In episode seven, presented in collaboration with Lilith Magazine, we share performed readings from and explore issues intersecting with a piece of writing published in Lilith in 2020 titled “Unetaneh Tokef for Black Lives.” The work takes a liturgical poem which speaks about the nature of existence and is central to the Jewish High Holidays and bu…
 
In this episode, presented in collaboration with Lilith Magazine, we share excerpts from and explore issues intersecting with a creative non-fiction essay published in Lilith in 1994 titled “How to Hide: Instructions from a Daughter of Survivors.” The work describes how certain perspectives and life behaviors, influenced by their parents' experienc…
 
In Episode 5, we examined Henry Ford’s publication, The International Jew, and its relationship to “The Protocols.” In this bonus episode, we’re sharing a scene that explores elements of Ford’s publication from our latest theatrical work – still in development – breaking protocols. Set in the 1940s, breaking protocols explores the history behind "T…
 
This special podcast episode, co-produced with The Association for Jewish Studies, explores Henry Ford’s publication of The International Jew: The World's Foremost Problem, a four volume series containing newspaper articles which were originally published from 1920-1922. These writings were based on – and included elements of – the notorious, fraud…
 
Episode four, presented in collaboration with The Contemporary Jewish Museum, explores two murder pamphlets, "The Murdered Jewess Sara Alexander: Life, Trial and Conviction of Rubenstein the Polish Jew" and "Rubenstein, or The Murdered Jewess: Being a Full and Reliable History of This Terrible Mystery of Blood.” Published in 1876, both pamphlets te…
 
In episode 3, we featured selections from the English translation of Blume Lempel's short story, "The Death of My Aunt," intercut with an exploration of the narrative's meanings and implications. In this bonus episode, you will hear both Ellen Cassedy's and Yermiyahu Ahron Taub's reflections on the experience of translating the story and the readin…
 
Episode three, presented in collaboration with the Yiddish Book Center, investigates "The Death of My Aunt," a short story written in Yiddish by Blume Lempel and published in 1975. The story moves through time and space as a woman whose aunt has died deals with mourning the loss of this figure whose past came to life as her present grew dim. Ellen …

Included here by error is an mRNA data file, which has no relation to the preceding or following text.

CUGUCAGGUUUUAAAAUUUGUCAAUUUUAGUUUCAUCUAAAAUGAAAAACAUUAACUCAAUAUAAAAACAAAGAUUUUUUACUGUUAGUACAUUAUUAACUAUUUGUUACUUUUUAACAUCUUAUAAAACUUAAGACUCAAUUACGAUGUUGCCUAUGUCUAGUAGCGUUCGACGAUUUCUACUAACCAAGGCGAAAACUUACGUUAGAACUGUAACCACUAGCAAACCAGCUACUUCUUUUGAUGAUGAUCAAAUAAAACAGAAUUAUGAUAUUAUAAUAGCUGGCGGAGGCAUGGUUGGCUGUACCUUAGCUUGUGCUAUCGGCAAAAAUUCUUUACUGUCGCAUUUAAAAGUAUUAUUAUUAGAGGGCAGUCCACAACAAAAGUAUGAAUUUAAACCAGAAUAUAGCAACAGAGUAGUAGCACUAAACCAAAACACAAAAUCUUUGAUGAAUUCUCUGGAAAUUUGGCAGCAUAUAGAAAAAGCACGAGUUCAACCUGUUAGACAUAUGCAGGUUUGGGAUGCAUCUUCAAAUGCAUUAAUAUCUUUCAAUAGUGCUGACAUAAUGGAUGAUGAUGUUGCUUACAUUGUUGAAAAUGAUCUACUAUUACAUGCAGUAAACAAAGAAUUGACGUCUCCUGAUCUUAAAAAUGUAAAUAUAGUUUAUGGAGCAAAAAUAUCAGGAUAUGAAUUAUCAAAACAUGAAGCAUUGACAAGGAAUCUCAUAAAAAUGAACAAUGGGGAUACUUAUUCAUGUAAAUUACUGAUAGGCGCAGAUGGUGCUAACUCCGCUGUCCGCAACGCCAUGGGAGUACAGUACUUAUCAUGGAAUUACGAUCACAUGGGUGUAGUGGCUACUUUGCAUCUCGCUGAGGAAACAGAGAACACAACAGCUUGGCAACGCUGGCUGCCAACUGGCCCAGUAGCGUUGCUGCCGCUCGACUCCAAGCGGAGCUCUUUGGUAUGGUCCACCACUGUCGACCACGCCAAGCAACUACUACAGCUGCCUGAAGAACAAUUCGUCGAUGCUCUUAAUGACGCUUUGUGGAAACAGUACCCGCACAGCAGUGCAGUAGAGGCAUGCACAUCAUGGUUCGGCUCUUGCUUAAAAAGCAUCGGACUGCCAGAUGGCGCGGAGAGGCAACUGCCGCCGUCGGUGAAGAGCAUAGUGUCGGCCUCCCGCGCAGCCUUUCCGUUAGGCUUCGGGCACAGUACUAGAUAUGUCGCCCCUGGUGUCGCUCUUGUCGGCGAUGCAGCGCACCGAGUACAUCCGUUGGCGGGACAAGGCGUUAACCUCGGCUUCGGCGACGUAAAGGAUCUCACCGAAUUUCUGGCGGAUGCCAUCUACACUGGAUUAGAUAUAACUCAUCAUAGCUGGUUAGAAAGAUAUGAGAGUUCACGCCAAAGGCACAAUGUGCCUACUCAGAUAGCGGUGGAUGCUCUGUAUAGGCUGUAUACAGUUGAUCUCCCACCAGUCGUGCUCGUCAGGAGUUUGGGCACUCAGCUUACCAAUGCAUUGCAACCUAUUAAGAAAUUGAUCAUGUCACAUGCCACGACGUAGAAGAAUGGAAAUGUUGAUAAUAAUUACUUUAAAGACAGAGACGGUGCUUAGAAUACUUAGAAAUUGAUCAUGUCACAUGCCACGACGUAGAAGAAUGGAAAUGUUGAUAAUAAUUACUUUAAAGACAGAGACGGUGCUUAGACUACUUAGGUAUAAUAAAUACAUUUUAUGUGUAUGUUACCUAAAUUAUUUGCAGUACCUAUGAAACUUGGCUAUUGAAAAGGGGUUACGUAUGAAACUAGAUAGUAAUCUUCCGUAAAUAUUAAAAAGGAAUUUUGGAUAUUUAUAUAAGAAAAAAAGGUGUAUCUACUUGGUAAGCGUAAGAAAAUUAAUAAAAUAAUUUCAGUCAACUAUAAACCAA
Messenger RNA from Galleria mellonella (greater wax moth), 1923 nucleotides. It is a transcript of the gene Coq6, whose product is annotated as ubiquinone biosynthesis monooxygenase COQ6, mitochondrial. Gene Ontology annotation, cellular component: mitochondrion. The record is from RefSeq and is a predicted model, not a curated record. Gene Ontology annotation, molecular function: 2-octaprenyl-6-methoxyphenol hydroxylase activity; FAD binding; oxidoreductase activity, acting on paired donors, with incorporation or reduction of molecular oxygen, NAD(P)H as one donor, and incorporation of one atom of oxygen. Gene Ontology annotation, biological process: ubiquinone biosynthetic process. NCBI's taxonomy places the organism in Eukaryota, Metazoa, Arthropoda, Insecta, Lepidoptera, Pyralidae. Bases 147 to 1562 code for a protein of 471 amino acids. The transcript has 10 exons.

Episode two, presented in collaboration with the Philosophical Research Society (PRS), explores The Book of Enoch, an ancient text composed during the Hellenistic period that contains tales of barbarous giants, visions of redemption, and much more. Dr. Greg Salyer, President of PRS, takes us on a journey through the book’s structure, helping us inv…
 
In episode 1, we featured portions of essays from the 1926 religious school journal I-Tell-You as well as the short play The Little Hasmoneans (also found in the journal) intercut with commentary by Dr. Miriam Heller Stern. We thought you might like to hear a continuous performance of the play and one of the student essays in full. Please enjoy the…
 
This first episode, presented in collaboration with Hebrew Union College – Jewish Institute of Religion (HUC-JIR), features selections from a children's play found in I-Tell-You, a 1926 religious school journal from Congregation Rodeph Shalom in Philadelphia. The episode also includes essays from the publication written by both students and clergy.…
 
The Dybbukast, a project of theatre dybbuk, uses interviews with artists and scholars combined with performed readings to examine and contextualize novels, mythological narratives, poems, plays, and other writings from throughout history. The Dybbukast also explores what these works reveal about the forces still at play in our contemporary world. L…